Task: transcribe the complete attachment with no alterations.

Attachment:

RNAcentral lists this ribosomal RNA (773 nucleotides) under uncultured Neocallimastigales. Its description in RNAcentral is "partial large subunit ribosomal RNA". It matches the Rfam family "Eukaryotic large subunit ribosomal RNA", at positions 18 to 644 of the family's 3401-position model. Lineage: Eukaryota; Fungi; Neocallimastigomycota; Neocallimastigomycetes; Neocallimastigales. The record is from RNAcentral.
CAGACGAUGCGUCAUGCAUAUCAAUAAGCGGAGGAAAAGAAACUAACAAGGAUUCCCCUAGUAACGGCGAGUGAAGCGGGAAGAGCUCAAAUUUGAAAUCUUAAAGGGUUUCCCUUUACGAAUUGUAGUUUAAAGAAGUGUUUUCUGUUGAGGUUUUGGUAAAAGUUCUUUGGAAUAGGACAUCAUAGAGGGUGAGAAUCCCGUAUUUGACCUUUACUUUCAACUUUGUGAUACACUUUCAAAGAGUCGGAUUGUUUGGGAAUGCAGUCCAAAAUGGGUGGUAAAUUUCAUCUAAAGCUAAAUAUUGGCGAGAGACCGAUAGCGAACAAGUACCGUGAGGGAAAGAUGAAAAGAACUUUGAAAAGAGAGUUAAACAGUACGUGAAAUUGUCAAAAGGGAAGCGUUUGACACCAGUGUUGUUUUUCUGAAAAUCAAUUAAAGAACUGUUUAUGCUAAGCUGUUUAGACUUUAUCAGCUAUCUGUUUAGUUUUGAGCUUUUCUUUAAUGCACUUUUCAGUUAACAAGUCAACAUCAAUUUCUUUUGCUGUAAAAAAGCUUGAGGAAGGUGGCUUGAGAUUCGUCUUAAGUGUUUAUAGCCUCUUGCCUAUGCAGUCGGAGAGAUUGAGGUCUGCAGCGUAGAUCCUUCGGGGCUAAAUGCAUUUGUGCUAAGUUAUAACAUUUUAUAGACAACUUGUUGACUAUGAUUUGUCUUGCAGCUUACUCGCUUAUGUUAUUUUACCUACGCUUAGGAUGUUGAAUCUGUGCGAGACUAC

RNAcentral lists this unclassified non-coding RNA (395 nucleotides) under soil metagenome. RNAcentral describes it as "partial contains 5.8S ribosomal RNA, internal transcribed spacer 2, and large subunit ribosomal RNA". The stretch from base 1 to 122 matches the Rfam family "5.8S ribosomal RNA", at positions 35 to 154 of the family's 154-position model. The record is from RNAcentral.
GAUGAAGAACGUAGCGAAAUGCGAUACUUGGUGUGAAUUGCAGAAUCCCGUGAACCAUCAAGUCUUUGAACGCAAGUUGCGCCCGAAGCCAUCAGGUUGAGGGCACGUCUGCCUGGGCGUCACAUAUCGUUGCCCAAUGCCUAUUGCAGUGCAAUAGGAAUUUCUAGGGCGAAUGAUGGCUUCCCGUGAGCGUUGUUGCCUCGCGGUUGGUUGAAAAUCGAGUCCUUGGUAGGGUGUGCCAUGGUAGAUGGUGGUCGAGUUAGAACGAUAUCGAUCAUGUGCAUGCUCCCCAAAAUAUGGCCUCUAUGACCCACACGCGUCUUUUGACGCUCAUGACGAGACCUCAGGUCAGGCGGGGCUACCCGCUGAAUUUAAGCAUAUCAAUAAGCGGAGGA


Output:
RNAcentral lists this ribosomal RNA (773 nucleotides) under uncultured Neocallimastigales. Its description in RNAcentral is "partial large subunit ribosomal RNA". It matches the Rfam family "Eukaryotic large subunit ribosomal RNA", at positions 18 to 644 of the family's 3401-position model. Lineage: Eukaryota; Fungi; Neocallimastigomycota; Neocallimastigomycetes; Neocallimastigales. The record is from RNAcentral.
CAGACGAUGCGUCAUGCAUAUCAAUAAGCGGAGGAAAAGAAACUAACAAGGAUUCCCCUAGUAACGGCGAGUGAAGCGGGAAGAGCUCAAAUUUGAAAUCUUAAAGGGUUUCCCUUUACGAAUUGUAGUUUAAAGAAGUGUUUUCUGUUGAGGUUUUGGUAAAAGUUCUUUGGAAUAGGACAUCAUAGAGGGUGAGAAUCCCGUAUUUGACCUUUACUUUCAACUUUGUGAUACACUUUCAAAGAGUCGGAUUGUUUGGGAAUGCAGUCCAAAAUGGGUGGUAAAUUUCAUCUAAAGCUAAAUAUUGGCGAGAGACCGAUAGCGAACAAGUACCGUGAGGGAAAGAUGAAAAGAACUUUGAAAAGAGAGUUAAACAGUACGUGAAAUUGUCAAAAGGGAAGCGUUUGACACCAGUGUUGUUUUUCUGAAAAUCAAUUAAAGAACUGUUUAUGCUAAGCUGUUUAGACUUUAUCAGCUAUCUGUUUAGUUUUGAGCUUUUCUUUAAUGCACUUUUCAGUUAACAAGUCAACAUCAAUUUCUUUUGCUGUAAAAAAGCUUGAGGAAGGUGGCUUGAGAUUCGUCUUAAGUGUUUAUAGCCUCUUGCCUAUGCAGUCGGAGAGAUUGAGGUCUGCAGCGUAGAUCCUUCGGGGCUAAAUGCAUUUGUGCUAAGUUAUAACAUUUUAUAGACAACUUGUUGACUAUGAUUUGUCUUGCAGCUUACUCGCUUAUGUUAUUUUACCUACGCUUAGGAUGUUGAAUCUGUGCGAGACUAC

RNAcentral lists this unclassified non-coding RNA (395 nucleotides) under soil metagenome. RNAcentral describes it as "partial contains 5.8S ribosomal RNA, internal transcribed spacer 2, and large subunit ribosomal RNA". The stretch from base 1 to 122 matches the Rfam family "5.8S ribosomal RNA", at positions 35 to 154 of the family's 154-position model. The record is from RNAcentral.
GAUGAAGAACGUAGCGAAAUGCGAUACUUGGUGUGAAUUGCAGAAUCCCGUGAACCAUCAAGUCUUUGAACGCAAGUUGCGCCCGAAGCCAUCAGGUUGAGGGCACGUCUGCCUGGGCGUCACAUAUCGUUGCCCAAUGCCUAUUGCAGUGCAAUAGGAAUUUCUAGGGCGAAUGAUGGCUUCCCGUGAGCGUUGUUGCCUCGCGGUUGGUUGAAAAUCGAGUCCUUGGUAGGGUGUGCCAUGGUAGAUGGUGGUCGAGUUAGAACGAUAUCGAUCAUGUGCAUGCUCCCCAAAAUAUGGCCUCUAUGACCCACACGCGUCUUUUGACGCUCAUGACGAGACCUCAGGUCAGGCGGGGCUACCCGCUGAAUUUAAGCAUAUCAAUAAGCGGAGGA